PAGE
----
• The Impact of Open Educational Resource Professional Development for Teachers in Secondary Education

    Kelly Arispe; Amber Hoye; Katie Palmer (International Council for Open and Distance Education (ICDE), 2023-11-01)
    Scholars suggest that when teachers retain, reuse, revise, remix, and redistribute Open Educational Resources (OER), the process of OER-enabled Pedagogy (OEP), they not only gain high-quality, digital teaching materials, but they also transform their teaching (Wiley, et al., 2017). Nonetheless, OEP is not an automatic outcome of using OER, rather it is dependent upon practicing key competencies through strategic professional development (PD). This paper reports a mixed-methods case study that contemplates the impacts of PD on OEP with five secondary education teachers, an under-investigated population. The findings reveal that small-scale PD can be successful in growing knowledge about OER, but that OEP is only catalyzed when teachers are required to reuse the OER in their classroom. Furthermore, small-scale PD cannot combat barriers like digital and information literacy that impede engagement in OEP efficiently and this may ultimately prohibit its sustainability in secondary contexts.
  • Crisis-Based Remote Education: A Comprehensive Model

    William H. Stewart; Patrick R. Lowenthal (International Council for Open and Distance Education (ICDE), 2023-11-01)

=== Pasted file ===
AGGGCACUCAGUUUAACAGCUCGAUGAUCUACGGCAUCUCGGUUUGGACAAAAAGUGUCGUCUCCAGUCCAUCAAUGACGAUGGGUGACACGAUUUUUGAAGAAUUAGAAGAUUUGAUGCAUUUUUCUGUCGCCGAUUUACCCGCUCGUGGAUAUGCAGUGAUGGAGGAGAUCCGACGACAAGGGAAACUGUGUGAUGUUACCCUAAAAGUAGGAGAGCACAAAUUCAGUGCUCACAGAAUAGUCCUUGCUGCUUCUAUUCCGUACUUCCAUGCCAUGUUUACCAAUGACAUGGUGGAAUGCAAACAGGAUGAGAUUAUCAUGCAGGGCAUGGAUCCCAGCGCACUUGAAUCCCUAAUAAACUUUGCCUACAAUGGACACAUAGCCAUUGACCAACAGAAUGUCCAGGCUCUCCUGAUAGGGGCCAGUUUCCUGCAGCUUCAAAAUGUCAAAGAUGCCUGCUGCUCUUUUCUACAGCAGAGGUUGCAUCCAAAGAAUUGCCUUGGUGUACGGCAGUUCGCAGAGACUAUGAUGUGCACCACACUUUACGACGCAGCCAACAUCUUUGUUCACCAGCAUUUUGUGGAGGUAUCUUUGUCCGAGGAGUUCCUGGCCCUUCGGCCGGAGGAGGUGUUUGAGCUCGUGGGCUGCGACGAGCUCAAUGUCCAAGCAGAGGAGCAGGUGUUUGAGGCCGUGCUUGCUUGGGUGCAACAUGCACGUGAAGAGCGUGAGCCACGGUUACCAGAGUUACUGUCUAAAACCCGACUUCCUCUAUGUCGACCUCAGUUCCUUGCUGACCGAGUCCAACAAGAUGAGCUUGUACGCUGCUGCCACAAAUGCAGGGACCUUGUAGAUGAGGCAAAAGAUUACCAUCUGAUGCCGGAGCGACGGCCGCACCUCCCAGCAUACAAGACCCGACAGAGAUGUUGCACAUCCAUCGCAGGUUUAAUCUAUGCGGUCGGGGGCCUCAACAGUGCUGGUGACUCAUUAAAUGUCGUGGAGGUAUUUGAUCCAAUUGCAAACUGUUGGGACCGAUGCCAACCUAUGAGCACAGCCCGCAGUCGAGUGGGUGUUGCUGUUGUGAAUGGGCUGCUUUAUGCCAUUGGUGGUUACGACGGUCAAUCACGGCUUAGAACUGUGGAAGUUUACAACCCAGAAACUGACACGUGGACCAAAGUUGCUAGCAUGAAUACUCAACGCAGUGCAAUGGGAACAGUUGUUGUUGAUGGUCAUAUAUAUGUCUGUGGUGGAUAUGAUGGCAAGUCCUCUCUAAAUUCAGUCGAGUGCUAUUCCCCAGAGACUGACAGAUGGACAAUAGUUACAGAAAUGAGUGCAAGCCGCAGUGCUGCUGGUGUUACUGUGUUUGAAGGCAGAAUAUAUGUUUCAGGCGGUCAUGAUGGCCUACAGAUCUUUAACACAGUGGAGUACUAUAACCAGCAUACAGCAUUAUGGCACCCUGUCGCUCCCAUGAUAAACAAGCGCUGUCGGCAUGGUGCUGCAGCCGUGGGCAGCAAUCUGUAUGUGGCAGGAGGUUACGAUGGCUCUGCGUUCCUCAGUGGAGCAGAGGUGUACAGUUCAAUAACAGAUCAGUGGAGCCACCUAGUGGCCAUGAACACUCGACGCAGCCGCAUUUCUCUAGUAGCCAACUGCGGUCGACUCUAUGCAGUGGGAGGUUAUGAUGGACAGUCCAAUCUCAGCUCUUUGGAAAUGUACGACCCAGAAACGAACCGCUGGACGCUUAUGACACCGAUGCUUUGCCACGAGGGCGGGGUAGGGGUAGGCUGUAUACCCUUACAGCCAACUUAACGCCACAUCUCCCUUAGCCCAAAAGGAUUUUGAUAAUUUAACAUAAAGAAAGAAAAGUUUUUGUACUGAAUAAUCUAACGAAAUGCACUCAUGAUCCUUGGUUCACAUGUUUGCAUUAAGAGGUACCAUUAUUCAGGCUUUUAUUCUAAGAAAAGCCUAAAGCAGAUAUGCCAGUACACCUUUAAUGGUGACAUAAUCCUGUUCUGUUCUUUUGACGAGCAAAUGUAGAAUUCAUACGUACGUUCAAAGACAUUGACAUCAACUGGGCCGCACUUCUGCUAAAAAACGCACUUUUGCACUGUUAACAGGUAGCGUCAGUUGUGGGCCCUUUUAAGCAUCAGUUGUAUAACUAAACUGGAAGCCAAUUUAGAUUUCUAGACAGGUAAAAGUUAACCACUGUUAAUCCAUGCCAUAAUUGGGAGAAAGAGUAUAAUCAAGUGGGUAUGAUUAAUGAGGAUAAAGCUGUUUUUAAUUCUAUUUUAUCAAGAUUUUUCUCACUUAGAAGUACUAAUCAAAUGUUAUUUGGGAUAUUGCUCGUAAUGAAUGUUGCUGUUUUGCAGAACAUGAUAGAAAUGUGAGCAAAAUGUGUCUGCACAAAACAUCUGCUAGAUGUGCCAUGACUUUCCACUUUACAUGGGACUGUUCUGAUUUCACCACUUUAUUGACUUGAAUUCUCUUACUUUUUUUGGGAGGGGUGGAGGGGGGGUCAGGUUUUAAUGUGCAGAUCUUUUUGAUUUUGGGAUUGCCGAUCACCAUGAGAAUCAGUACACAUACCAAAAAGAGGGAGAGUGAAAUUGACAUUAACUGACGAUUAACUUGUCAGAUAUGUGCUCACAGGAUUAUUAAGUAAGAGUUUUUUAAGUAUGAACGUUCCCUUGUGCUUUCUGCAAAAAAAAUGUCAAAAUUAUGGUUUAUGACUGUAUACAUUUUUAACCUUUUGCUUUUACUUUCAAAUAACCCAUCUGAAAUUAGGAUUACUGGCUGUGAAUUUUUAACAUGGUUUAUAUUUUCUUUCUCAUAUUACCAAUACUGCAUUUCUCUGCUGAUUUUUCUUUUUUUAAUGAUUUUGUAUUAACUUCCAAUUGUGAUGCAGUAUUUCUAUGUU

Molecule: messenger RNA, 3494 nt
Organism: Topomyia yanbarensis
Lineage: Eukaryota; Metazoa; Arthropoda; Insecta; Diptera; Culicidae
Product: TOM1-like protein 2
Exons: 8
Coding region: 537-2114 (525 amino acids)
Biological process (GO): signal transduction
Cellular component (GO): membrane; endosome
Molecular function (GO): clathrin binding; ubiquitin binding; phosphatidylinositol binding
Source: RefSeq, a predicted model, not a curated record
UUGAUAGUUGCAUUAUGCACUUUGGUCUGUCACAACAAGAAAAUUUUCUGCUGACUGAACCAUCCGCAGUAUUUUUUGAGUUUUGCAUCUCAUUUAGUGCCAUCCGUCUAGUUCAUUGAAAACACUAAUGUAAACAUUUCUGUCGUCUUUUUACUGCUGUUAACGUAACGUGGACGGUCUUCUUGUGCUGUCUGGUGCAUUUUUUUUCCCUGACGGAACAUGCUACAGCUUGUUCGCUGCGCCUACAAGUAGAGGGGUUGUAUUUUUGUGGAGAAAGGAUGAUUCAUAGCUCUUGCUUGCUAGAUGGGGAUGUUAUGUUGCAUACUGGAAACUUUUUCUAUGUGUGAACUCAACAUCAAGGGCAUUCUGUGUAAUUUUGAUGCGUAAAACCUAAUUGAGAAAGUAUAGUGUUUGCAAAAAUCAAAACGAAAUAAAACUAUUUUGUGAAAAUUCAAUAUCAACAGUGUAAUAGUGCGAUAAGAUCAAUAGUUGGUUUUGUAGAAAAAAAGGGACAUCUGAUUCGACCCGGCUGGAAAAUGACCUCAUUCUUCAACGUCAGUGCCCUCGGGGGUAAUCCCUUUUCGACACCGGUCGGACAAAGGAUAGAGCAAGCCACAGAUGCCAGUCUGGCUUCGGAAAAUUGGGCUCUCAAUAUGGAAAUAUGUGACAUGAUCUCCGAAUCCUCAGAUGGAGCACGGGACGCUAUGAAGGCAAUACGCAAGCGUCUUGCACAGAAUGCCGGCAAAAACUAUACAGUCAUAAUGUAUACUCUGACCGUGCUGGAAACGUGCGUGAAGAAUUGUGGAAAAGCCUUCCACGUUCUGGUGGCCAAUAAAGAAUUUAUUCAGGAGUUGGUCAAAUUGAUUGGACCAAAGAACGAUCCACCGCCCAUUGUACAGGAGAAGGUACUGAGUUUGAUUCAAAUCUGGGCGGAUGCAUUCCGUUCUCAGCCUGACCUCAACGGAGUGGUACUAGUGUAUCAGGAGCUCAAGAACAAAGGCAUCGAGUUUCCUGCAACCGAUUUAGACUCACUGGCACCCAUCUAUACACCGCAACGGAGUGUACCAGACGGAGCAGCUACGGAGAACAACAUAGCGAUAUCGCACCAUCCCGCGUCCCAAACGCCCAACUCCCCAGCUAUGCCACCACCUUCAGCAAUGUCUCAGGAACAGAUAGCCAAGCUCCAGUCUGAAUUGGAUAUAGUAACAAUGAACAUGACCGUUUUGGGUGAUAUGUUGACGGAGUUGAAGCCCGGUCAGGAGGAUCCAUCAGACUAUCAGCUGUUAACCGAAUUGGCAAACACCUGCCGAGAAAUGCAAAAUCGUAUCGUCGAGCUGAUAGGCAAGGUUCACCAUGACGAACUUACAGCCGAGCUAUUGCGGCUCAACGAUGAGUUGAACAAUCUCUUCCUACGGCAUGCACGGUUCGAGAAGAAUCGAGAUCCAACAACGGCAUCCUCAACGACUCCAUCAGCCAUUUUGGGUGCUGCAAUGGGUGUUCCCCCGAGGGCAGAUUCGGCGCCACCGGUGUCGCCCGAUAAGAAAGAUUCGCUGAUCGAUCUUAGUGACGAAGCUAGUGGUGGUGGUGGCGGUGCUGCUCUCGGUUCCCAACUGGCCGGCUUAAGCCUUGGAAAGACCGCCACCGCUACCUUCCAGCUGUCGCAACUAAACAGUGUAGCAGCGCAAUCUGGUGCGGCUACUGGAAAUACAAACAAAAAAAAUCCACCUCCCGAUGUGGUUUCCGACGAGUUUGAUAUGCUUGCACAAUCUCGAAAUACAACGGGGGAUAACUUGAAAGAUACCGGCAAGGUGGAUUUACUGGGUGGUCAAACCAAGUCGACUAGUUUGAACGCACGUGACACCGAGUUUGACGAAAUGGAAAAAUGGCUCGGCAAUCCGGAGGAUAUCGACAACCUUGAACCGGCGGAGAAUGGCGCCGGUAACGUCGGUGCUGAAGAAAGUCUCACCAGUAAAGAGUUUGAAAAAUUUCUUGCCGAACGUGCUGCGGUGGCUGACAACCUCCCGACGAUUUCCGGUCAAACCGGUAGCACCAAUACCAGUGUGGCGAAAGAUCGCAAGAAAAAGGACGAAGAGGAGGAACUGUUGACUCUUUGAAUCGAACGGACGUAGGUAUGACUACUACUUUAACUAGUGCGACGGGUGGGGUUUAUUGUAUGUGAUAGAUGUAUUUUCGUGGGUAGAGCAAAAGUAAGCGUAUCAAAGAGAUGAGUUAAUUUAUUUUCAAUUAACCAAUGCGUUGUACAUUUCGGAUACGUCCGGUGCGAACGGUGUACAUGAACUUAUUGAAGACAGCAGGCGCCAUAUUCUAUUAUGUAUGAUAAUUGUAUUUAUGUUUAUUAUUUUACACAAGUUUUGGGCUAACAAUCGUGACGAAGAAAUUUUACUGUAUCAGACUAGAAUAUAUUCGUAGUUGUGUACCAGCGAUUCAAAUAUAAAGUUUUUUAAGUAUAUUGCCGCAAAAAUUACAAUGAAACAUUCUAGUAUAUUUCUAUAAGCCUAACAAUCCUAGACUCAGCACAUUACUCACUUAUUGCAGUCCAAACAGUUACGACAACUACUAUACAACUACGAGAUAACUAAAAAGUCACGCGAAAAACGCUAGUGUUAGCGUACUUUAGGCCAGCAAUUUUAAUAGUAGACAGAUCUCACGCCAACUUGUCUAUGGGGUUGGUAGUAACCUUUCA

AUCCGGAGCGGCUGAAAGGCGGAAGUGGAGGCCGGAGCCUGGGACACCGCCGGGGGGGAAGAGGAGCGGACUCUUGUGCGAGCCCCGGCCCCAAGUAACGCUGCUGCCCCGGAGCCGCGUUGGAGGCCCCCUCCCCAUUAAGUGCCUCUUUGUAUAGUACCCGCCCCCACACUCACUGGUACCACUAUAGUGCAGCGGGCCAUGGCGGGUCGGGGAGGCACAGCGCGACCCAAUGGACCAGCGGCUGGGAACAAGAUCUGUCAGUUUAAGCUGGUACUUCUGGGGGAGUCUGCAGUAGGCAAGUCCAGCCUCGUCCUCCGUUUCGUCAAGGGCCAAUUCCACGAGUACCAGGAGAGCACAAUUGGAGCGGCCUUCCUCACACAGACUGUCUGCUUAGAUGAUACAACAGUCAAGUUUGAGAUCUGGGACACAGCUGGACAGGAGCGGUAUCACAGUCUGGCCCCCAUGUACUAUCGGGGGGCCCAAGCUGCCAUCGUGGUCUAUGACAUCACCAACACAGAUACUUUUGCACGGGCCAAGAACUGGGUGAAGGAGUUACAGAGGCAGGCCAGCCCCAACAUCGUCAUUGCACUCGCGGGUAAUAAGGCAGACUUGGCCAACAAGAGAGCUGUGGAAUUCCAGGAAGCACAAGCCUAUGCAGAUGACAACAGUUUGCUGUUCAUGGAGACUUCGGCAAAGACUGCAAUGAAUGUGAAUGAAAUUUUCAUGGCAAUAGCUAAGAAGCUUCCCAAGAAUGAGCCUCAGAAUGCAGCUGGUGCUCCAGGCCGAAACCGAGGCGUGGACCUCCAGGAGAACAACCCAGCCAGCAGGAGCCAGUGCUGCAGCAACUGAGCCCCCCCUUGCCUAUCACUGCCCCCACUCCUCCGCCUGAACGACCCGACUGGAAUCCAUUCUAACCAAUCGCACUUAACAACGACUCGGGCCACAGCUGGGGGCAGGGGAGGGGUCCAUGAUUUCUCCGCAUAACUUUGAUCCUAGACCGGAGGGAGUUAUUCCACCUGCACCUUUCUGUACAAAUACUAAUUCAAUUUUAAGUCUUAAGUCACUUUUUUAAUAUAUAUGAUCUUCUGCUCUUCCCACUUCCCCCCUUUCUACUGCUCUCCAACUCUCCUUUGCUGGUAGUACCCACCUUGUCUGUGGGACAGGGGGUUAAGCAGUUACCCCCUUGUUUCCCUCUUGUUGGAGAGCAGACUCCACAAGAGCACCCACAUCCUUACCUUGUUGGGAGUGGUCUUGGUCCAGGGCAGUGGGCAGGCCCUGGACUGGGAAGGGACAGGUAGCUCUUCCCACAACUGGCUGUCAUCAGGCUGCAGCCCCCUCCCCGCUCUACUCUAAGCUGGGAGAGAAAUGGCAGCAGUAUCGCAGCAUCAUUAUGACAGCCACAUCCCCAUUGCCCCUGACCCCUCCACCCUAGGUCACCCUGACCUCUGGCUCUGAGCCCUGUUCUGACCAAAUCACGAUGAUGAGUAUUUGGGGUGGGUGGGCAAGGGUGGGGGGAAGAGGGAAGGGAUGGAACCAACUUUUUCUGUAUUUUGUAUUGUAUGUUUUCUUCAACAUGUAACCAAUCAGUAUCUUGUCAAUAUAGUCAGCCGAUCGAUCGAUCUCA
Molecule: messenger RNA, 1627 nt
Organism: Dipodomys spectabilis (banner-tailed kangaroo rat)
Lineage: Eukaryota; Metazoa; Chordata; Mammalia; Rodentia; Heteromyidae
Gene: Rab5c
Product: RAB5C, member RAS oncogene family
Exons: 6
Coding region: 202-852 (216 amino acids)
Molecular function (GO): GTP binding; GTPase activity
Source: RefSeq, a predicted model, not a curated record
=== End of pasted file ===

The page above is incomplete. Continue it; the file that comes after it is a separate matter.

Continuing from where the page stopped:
The COVID-19 pandemic revealed significant gaps in institutions’ ability to maintain education under crisis conditions, which is now commonly referred to as Emergency Remote Teaching (ERT). A critical analysis of the literature reveals that ERT is a label that does not differentiate adequately between the different ways ERT manifested worldwide and over time. In this conceptual paper, we analyze empirical research on remote teaching conducted over single, double, and three+ learning terms. Our analysis shows not only multiple possible phases of remote education but also different stages, scopes, and pathways between them. The proposed model in this paper can be used to analyze current literature, ground future research, and serve as a foundation for developing protocols and practices to proactively maintain education when exigent circumstances demand remote teaching over the short-, mid-, and long-term.
  • Book Review: Teaching in the Online Classroom: Surviving and Thriving in the New Normal

    S. Haslinda Mukhtar; M. Khalid M. Nasir (International Council for Open and Distance Education (ICDE), 2023-11-01)
    Lemov, D. (eds.) (2020). Teaching in The Online Classroom: Surviving and Thriving in The New Normal. San Francisco: Jossy-Bass. ISBN 9781-119-762-935.
  • Critiquing Sustainable Openness in Technology-Based Education from the Perspective of Cost-Effectiveness and Accessibility

    Junhong Xiao (International Council for Open and Distance Education (ICDE), 2023-09-01)